There are a few things that you must be aware of and concerned with when your flip (house) is ready to sell. When you “think” you have completed rehabbing a house and are ready to put it on the market be aware of some possible pitfalls and snags.
First, you should have a punch list. Go through the house to be sure everything is complete. I have found that there is a tendency for many contractors to not be concerned with the small stuff. For example, be sure that everything is painted and touched up. Be sure all the doors close properly and all the door knobs are on correctly. Is all the trim completed?
In addition to the punch list being completed, you must get lien waivers from all the contractors who worked on the job. You should do this before you hand them their final check. This is a very important step for you so that you don’t unexpectedly have any legal issues with liens just before closing.
Two things to deal with once you have an offer on the house. One is the inspection, and the other is the appraisal. Many people will leave something obvious for an inspector to find just so he can justify his fee. You should be sure that you have checked all of the mechanicals to be sure things are hooked up properly and working. The boiler or furnace, hot water heater, all plumbing is working properly and there are no leaks, the electrical upgrade is done and the panel is properly labeled. Smoke alarms and carbon monoxide detectors are hard-wired and have been tested. Any fire prevention requirements have been completed as well.
When the appraisal is being done try to have your realtor on the premises or you be on the premises. Be sure not to get in the appraiser’s way and do not annoy them. You should be ready to answer questions and you may want to be sure that you and your realtor are prepared with comps to offer the appraiser in the event that he does not see a value as high as you have determined.
Paying attention to these things will help to prevent issues that may hold up the closing. Do what you can to help the process run smoothly and get it done as quickly as possible.
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Real estate investors should be somewhat familiar with the IRC Section 1031 like-kind exchange rules. It is important to talk to your tax professional if you are considering selling investment property and getting (replacing it) with another property. The IRC Section 1031 rules allow favorable tax treatment when a like-kind exchange of certain assets occurs. You are allowed to defer gains on the sale of an asset if it is replaced with like-kind property. It is a tax deferral, not a tax free exchange.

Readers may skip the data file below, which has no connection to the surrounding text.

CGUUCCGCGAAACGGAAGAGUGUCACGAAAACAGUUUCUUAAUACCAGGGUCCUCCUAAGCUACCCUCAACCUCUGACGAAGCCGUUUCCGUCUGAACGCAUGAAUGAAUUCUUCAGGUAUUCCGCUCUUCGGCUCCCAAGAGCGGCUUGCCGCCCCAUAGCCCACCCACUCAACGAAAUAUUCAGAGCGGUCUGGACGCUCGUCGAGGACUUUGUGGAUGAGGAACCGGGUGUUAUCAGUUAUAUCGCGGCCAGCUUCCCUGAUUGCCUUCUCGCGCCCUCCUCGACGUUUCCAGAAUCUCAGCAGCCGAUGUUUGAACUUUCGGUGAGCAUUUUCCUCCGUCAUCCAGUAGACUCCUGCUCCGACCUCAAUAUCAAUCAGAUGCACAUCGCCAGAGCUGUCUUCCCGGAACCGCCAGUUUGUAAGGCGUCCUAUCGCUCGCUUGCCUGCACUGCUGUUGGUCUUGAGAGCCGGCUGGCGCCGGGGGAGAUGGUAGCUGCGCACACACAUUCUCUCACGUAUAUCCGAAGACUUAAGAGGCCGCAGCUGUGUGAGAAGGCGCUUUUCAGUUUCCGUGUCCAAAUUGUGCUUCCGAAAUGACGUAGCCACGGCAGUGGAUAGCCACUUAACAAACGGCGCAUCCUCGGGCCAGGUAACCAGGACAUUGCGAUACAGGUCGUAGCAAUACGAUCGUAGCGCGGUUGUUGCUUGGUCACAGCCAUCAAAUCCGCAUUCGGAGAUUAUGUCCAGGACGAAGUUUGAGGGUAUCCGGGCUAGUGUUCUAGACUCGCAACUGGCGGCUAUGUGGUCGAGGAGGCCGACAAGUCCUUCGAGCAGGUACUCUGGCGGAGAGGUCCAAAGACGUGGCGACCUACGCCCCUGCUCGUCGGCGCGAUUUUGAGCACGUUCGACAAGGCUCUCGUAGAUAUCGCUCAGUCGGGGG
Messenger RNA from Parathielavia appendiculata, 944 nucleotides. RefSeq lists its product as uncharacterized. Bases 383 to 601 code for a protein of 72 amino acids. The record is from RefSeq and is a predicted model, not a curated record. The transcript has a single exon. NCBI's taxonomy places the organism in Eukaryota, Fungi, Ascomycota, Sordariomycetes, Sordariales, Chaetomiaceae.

This exchange must be done within prescribed time periods. Basically, there are two time periods you must follow. The first requires you to identify a replacement property within 45 days of disposing of the first property. Identifying means a written agreement that should be delivered to the seller. The second time element is the requirement that you must acquire the replacement property within 180 days of disposing of the initial investment property. There is a bit of a catch to the 180 days. It must be acquired within the 180 days or before you tax return for that year is due, whichever is less.
Depending on the way the exchange is done, your transaction may require a third party intermediary or facilitator. Per an IRS release, “It cannot be someone that you have used within the past 2 years. You cannot act as your own facilitator. In addition, your agent (including your real estate agent or broker, investment banker or broker, accountant, attorney, employee or anyone who has worked for you in those capacities within the previous two years) cannot act as your facilitator. ”
When you do qualify for the IRC Section 1031 like-kind exchange you must report that on your tax return using IRS Form 8824.
I am attaching a link to an IRS document which provides clarification and publications references pertaining to this issue.
Have a System for Success
If you have a system for when flipping you are more likely to be successful. Have a system for success. There are never any guarantees for success, but you can mitigate the potential for failure by having a system. I have been thinking about some people I know who have not had a very pleasant experience flipping a house. As I looked at their situations one thing became evident to me. The people who had the most trouble and who were not successful did not have a system.
Think about it. The most successful businesses are system based. McDonalds, Dunkin Donuts, other fast food restaurants that are franchises are successful in large part because they have systems. Franchisees are required to follow the system of success. Procedures and business practices are consistent within each business. These systems have been developed over time to breed success.
The same idea is a requirement for a successful flipping business. A system for flipping success gives you a leg up on others who do not have a system and reduces the chances of having a bad experience. To put it bluntly, you are reducing your likelihood of failure. Having a system increases your chances for success and improves the likelihood of having a pleasant experience.
The system for flipping must include everything from the business startup to searching for a house that will be profitable, to hiring contractors, having the required legal documents, knowing what materials to choose and selling the house when it is finished. This list is not all encompassing, but is food for thought if you are considering flipping houses.
So, before you begin to flip a house, be sure all of your ducks are in a row. Know what you are going to do before you do it. Have a system and be successful.
I am known as The Property Coach and I teach my coaching students a system that gives them a good chance of being successful. I can be reached by email at firstname.lastname@example.org.